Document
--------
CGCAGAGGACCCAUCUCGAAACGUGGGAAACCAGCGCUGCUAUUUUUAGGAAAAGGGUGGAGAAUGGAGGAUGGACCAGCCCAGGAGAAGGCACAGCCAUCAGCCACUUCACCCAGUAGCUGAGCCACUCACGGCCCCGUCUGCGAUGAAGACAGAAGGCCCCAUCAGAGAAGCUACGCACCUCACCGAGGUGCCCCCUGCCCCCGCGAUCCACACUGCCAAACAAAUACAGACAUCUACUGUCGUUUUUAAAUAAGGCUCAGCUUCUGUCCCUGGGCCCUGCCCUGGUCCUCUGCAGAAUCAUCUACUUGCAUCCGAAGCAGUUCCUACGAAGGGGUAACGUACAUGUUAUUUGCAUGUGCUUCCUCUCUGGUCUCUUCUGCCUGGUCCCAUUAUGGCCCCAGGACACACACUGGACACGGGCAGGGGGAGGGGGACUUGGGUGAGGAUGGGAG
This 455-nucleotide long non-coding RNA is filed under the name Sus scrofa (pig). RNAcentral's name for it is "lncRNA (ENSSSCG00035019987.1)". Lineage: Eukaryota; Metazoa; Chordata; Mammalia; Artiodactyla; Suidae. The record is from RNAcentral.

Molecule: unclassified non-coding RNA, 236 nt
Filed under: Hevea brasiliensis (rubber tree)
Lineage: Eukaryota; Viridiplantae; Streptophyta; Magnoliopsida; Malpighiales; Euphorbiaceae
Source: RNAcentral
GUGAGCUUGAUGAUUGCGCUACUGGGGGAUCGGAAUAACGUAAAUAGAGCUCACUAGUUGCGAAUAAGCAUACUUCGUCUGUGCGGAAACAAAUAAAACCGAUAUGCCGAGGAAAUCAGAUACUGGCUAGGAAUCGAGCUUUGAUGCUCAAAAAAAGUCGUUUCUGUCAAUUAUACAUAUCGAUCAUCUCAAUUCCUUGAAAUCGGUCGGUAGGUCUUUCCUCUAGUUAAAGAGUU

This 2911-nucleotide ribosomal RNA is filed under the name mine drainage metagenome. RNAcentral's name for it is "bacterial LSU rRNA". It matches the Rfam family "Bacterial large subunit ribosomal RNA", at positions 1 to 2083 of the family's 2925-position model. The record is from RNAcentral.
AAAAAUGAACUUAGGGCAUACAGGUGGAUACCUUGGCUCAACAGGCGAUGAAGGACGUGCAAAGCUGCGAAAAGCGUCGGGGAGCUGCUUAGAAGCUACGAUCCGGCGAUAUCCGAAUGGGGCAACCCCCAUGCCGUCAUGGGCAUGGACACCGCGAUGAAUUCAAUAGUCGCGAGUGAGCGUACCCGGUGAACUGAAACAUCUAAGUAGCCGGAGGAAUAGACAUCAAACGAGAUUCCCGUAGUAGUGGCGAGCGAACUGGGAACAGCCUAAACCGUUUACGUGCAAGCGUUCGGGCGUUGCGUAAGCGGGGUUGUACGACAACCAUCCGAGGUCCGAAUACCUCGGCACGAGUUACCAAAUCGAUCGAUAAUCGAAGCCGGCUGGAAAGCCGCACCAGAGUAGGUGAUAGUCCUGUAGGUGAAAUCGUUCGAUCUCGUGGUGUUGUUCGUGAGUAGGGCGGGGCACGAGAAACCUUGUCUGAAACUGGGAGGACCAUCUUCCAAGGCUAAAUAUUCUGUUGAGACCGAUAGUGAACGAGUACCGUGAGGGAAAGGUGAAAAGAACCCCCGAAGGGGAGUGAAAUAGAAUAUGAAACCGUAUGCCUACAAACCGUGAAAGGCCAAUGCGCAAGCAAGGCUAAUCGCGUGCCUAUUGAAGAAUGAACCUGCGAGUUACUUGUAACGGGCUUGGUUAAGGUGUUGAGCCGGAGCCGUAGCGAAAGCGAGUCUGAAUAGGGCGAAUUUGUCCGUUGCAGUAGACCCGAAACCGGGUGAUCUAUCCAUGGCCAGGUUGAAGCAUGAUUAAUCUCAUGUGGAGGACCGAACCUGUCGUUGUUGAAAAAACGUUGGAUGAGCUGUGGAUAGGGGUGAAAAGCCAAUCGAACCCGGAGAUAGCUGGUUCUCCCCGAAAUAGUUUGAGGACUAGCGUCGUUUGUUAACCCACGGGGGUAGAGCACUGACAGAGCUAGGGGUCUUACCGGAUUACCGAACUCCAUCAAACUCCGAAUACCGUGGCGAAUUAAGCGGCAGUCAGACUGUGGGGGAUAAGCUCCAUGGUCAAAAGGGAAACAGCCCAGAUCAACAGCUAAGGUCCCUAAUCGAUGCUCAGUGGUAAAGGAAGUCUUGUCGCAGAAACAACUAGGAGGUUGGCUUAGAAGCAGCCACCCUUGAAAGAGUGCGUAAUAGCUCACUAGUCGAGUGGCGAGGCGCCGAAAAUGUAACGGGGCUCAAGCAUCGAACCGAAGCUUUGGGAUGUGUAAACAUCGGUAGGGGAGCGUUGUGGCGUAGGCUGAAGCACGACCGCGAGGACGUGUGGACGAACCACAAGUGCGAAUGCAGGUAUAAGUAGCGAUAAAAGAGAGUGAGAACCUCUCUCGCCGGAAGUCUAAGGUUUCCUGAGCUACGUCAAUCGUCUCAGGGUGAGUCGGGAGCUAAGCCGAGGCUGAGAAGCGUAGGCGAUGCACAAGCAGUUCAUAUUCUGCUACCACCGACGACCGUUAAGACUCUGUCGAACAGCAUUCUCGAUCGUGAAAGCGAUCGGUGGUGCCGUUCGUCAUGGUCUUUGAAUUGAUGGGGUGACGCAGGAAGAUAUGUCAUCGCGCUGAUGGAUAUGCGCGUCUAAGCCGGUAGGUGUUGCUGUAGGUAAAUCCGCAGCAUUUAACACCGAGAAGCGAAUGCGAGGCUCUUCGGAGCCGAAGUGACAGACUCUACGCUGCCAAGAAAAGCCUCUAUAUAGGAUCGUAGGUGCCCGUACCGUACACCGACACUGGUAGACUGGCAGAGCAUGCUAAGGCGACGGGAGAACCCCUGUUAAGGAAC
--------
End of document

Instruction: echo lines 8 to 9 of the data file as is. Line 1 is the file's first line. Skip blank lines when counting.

This 2911-nucleotide ribosomal RNA is filed under the name mine drainage metagenome. RNAcentral's name for it is "bacterial LSU rRNA". It matches the Rfam family "Bacterial large subunit ribosomal RNA", at positions 1 to 2083 of the family's 2925-position model. The record is from RNAcentral.
AAAAAUGAACUUAGGGCAUACAGGUGGAUACCUUGGCUCAACAGGCGAUGAAGGACGUGCAAAGCUGCGAAAAGCGUCGGGGAGCUGCUUAGAAGCUACGAUCCGGCGAUAUCCGAAUGGGGCAACCCCCAUGCCGUCAUGGGCAUGGACACCGCGAUGAAUUCAAUAGUCGCGAGUGAGCGUACCCGGUGAACUGAAACAUCUAAGUAGCCGGAGGAAUAGACAUCAAACGAGAUUCCCGUAGUAGUGGCGAGCGAACUGGGAACAGCCUAAACCGUUUACGUGCAAGCGUUCGGGCGUUGCGUAAGCGGGGUUGUACGACAACCAUCCGAGGUCCGAAUACCUCGGCACGAGUUACCAAAUCGAUCGAUAAUCGAAGCCGGCUGGAAAGCCGCACCAGAGUAGGUGAUAGUCCUGUAGGUGAAAUCGUUCGAUCUCGUGGUGUUGUUCGUGAGUAGGGCGGGGCACGAGAAACCUUGUCUGAAACUGGGAGGACCAUCUUCCAAGGCUAAAUAUUCUGUUGAGACCGAUAGUGAACGAGUACCGUGAGGGAAAGGUGAAAAGAACCCCCGAAGGGGAGUGAAAUAGAAUAUGAAACCGUAUGCCUACAAACCGUGAAAGGCCAAUGCGCAAGCAAGGCUAAUCGCGUGCCUAUUGAAGAAUGAACCUGCGAGUUACUUGUAACGGGCUUGGUUAAGGUGUUGAGCCGGAGCCGUAGCGAAAGCGAGUCUGAAUAGGGCGAAUUUGUCCGUUGCAGUAGACCCGAAACCGGGUGAUCUAUCCAUGGCCAGGUUGAAGCAUGAUUAAUCUCAUGUGGAGGACCGAACCUGUCGUUGUUGAAAAAACGUUGGAUGAGCUGUGGAUAGGGGUGAAAAGCCAAUCGAACCCGGAGAUAGCUGGUUCUCCCCGAAAUAGUUUGAGGACUAGCGUCGUUUGUUAACCCACGGGGGUAGAGCACUGACAGAGCUAGGGGUCUUACCGGAUUACCGAACUCCAUCAAACUCCGAAUACCGUGGCGAAUUAAGCGGCAGUCAGACUGUGGGGGAUAAGCUCCAUGGUCAAAAGGGAAACAGCCCAGAUCAACAGCUAAGGUCCCUAAUCGAUGCUCAGUGGUAAAGGAAGUCUUGUCGCAGAAACAACUAGGAGGUUGGCUUAGAAGCAGCCACCCUUGAAAGAGUGCGUAAUAGCUCACUAGUCGAGUGGCGAGGCGCCGAAAAUGUAACGGGGCUCAAGCAUCGAACCGAAGCUUUGGGAUGUGUAAACAUCGGUAGGGGAGCGUUGUGGCGUAGGCUGAAGCACGACCGCGAGGACGUGUGGACGAACCACAAGUGCGAAUGCAGGUAUAAGUAGCGAUAAAAGAGAGUGAGAACCUCUCUCGCCGGAAGUCUAAGGUUUCCUGAGCUACGUCAAUCGUCUCAGGGUGAGUCGGGAGCUAAGCCGAGGCUGAGAAGCGUAGGCGAUGCACAAGCAGUUCAUAUUCUGCUACCACCGACGACCGUUAAGACUCUGUCGAACAGCAUUCUCGAUCGUGAAAGCGAUCGGUGGUGCCGUUCGUCAUGGUCUUUGAAUUGAUGGGGUGACGCAGGAAGAUAUGUCAUCGCGCUGAUGGAUAUGCGCGUCUAAGCCGGUAGGUGUUGCUGUAGGUAAAUCCGCAGCAUUUAACACCGAGAAGCGAAUGCGAGGCUCUUCGGAGCCGAAGUGACAGACUCUACGCUGCCAAGAAAAGCCUCUAUAUAGGAUCGUAGGUGCCCGUACCGUACACCGACACUGGUAGACUGGCAGAGCAUGCUAAGGCGACGGGAGAACCCCUGUUAAGGAAC